Alison Spann was just 9 when she learned her father, a U.S. Marine turned CIA operative, had become the first American killed in the war in Afghanistan. Thirteen years later, she found out her country had freed the Taliban leader who may have played a role in his death.
In the time between, Spann has cherished the memory of her father, Johnny Micheal “Mike” Spann, who was killed during a Nov. 25, 2001, prisoner uprising at a northern Afghanistan compound where he was interrogating Taliban fighters. The 32-year-old was buried at Arlington National Cemetery in a ceremony where he was lauded by then-CIA Director George Tenet for trying to build a "better, safer world." His daughter has since grown up and recently graduated from Pepperdine University, even as more than 2,300 Americans have died fighting in Afghanistan.
But nothing prepared Alison Spann for the news that the trade of five senior Taliban held at Guantanamo Bay for U.S. Army Sgt. Bowe Bergdahl would lead to the release of Mullah Mohammad Fazl, the battlefield commander of the inmates at the compound where Spann’s father was killed before they were imprisoned.
“My initial reaction was shock. I was shocked that our president would release five of the most high-risk prisoners being held in Guantanamo in exchange for one American,” she told FoxNews.com. “As a whole, my family was extremely upset and saddened that our government would do something like this, especially in light of the fact that it seems that people in the intelligence community are fairly united in their belief that these terrorists are likely to seek to further harm Americans in the future.”
She has followed the story closely, but still cannot fathom how the country her father loved and fought for could allow such a dangerous man to go free.
“It does become harder and harder to have faith in an administration that is plagued with scandal after scandal,” she said. “I do not believe that it was the right move by the administration.”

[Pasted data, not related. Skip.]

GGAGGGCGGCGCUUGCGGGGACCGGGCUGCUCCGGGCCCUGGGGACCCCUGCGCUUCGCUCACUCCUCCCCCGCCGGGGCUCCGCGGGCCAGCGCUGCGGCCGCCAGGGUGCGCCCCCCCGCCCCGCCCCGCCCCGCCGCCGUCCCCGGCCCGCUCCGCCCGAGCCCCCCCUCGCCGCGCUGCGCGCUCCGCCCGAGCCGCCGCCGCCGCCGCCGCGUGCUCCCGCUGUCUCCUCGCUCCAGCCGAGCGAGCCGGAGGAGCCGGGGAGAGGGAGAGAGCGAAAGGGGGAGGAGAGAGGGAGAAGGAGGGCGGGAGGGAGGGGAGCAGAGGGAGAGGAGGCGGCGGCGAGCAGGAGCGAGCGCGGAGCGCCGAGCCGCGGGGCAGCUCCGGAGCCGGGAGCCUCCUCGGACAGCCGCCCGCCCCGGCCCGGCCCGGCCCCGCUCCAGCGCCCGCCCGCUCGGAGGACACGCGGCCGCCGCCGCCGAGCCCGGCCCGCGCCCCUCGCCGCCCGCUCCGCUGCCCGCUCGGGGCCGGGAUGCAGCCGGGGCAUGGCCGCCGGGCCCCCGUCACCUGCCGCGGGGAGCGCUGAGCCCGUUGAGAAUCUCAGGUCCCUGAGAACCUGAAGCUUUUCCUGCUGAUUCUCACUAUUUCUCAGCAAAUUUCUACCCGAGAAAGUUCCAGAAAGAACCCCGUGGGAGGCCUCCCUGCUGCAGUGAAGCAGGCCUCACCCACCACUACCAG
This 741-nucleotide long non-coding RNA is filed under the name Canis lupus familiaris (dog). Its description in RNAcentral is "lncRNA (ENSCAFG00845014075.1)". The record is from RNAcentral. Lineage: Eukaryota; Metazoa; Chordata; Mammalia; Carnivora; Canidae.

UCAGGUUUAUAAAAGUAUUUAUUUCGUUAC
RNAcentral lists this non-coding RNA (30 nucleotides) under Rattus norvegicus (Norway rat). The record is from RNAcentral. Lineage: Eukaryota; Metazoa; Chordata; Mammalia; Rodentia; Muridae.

Mike Spann died at the Qala-i-Jangi compound near Mazari Sharit in northern Afghanistan, where he was interrogating detainees captured during the early weeks of the war. Fazl, according to his Guantanamo case file, had been deputy defense minister and commander of all Taliban troops in the northern Afghanistan region at the time of the September 11 attacks. Before that, he was accused by human rights organizations of personally supervising the murders of thousands of Shiite and Tajik Sunni Muslims.
Fazl was the commander of the Taliban in the north at the time of the uprising and the prisoners took orders from him. Although he was not detained at the facility until days after the uprising, he is believed to have been in direct contact with the prisoners.
Although Secretary of State John Kerry has called concerns that Fazl and the other four freed Taliban leaders will return to the battlefield "baloney," Alison Spann considers it only a matter of time.
“You cannot release someone of such a high caliber within the Taliban community and expect him to suddenly emerge as a peaceful being. I would think now more than ever after being detained in Gitmo that he would seek revenge on America,” she said. “These prisoners had one goal when they went into Gitmo and I feel certain that they left Gitmo with that same goal, and that is to do harm and spread evil in the world. The implications from this act will reach further than our soil and I am afraid that these prisoners have no plans of standing down from their original fight.”
At Spann's funeral, Tenet told mourners that it was Spann's “quest for right” that led him to Afghanistan.
“To that place of danger and terror, he sought to bring justice and freedom," Tenet said. "And to our nation – which he held so close to his heart – he sought to bring a still greater measure of strength and security. For Mike understood that it is not enough simply to dream of a better, safer world. He understood that it has to be built – with passion and dedication, in the face of obstacles, in the face of evil.”
While Spann is widely regarded as a hero and a patriot, questions have arisen about Bergdahl. Men who served with Bergdahl have said he deserted his post, and Bergdahl's own emails and journal entries appear to support the charge. Alison Spann declined to characterize the circumstances behind Bergdahl's departure from his base in 2009, but said trading with terrorists is not wise policy.
“While I cannot speak on Bergdahl because it seems that there is a lot that is still unclear about him, I can say that I do not agree with this POW swap,” Alison added. “I believe that the implications from this decision will be seen in the near future.”
Mike Spann’s star is the 79th star carved on the Agency’s Memorial Wall. He also received the Intelligence Star and the Exceptional Service Medallion posthumously.
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